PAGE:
Twenty years after the release of Trainspotting in 1993, Irvine Welsh wrote a prequel “Skagboys”. We are introduced to the main characters before they encounter heroin, and taken through the degradation of the working class in Scotland and elsewhere during the Thatcher years, including a poignant scene during the miner’s strike. The same degradation is reflected in the city of Edinburgh which is revealed not only as the Athens of the North, but also as the AIDS capital of Europe.
As with Welsh’s debut novel the prose is written in Scot’s vernacular that gives a warmth and depth to the story, although the way it slips away for some of the older characters suggests that the mode of expression might be contrived at times rather than natural. It is a dark and terrifying look at the psyches of young men. Women are invariably called rides (if they are sexually attractive) or not rides (if they are not). Even the most sympathetically revealed female character Alison, is shown in a very laddish way and does not in any way address the toxicity of the misogyny rampant in this group where women’s agency is exchanged for drugs on a regular basis.
It is a political novel, and looks critically at the lack of action to tackle the rising problems of AIDS, drugs and unemployment during the 1980s. It is very much a working class story and everyone who is educated and gainfully employed is seen to be naive at best and the enemy at worst.
The lads, Renton, Sick Boy and Begbie, are psychopaths – lying, cheating, stealing, manipulating, or beating people to a pulp as a way of life. There are moments of clarity in Renton’s narrative where he acknowledges how messed up he is, and how nothing about his life justifies what he becomes. Sick Boy and Begbie share no such revelations.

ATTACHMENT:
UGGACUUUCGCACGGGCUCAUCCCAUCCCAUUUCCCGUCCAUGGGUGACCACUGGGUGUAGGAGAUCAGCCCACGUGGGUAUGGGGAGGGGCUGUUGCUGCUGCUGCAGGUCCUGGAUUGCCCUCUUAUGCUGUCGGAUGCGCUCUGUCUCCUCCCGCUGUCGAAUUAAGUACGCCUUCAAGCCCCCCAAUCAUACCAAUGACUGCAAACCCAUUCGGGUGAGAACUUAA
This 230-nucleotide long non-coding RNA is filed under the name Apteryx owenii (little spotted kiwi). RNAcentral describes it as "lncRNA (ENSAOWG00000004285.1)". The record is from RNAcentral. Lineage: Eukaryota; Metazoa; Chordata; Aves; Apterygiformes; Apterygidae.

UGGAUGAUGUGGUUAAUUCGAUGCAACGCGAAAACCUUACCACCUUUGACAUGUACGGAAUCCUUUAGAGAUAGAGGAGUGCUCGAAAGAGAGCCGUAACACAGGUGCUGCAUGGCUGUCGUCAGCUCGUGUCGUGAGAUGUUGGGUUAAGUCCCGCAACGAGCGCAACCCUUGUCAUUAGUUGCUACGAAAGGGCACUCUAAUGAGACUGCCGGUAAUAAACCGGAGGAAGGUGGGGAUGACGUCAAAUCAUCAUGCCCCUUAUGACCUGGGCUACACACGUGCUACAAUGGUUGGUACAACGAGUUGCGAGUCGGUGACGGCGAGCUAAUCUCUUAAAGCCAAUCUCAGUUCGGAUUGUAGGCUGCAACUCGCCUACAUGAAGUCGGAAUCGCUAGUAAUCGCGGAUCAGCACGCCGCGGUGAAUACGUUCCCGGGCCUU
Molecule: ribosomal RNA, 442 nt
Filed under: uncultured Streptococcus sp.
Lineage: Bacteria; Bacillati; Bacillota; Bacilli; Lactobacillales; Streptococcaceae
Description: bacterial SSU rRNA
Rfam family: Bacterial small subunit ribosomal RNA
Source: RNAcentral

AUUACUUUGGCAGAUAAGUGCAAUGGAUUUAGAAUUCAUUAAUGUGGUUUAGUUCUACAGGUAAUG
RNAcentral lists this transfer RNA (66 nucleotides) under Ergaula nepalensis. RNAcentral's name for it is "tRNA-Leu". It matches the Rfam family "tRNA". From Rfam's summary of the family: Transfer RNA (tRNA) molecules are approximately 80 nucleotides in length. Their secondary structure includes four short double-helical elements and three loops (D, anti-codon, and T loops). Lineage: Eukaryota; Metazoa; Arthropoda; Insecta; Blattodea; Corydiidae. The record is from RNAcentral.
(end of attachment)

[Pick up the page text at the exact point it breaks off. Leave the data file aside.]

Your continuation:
The prose is very effective, the story is fairly interesting, and the characters are about the same as they were in Trainspotting, although perhaps too much the same at times. There are some gorgeous paragraphs in there, particularly where the author is using Spud or Renton to share a teachable moment with the reader.
From Spud : “Too much chargin aboot: it’s killin us aw, man. The rat race n that. Stressed if yuv goat a joab, stressed if ye huvnae. Everybody oot fer themselves, at each other’s throat n daein each other doon. Nae solidarity nae mair, ken?”
From Renton: “If being Scottish is about one thing, it’s aboot gittin fucked up … Tae us intoxication isnae just a huge laugh, or even a basic human right. It’s a way ay life, a political philosophy. Rabbie Burns said it: whisky and freedom gang thegither.”
If you loved Trainspotting, like I did, you’ll enjoy this novel. If you haven’t encountered Welsh, then Trainspotting is a much better place to start than Skagboys.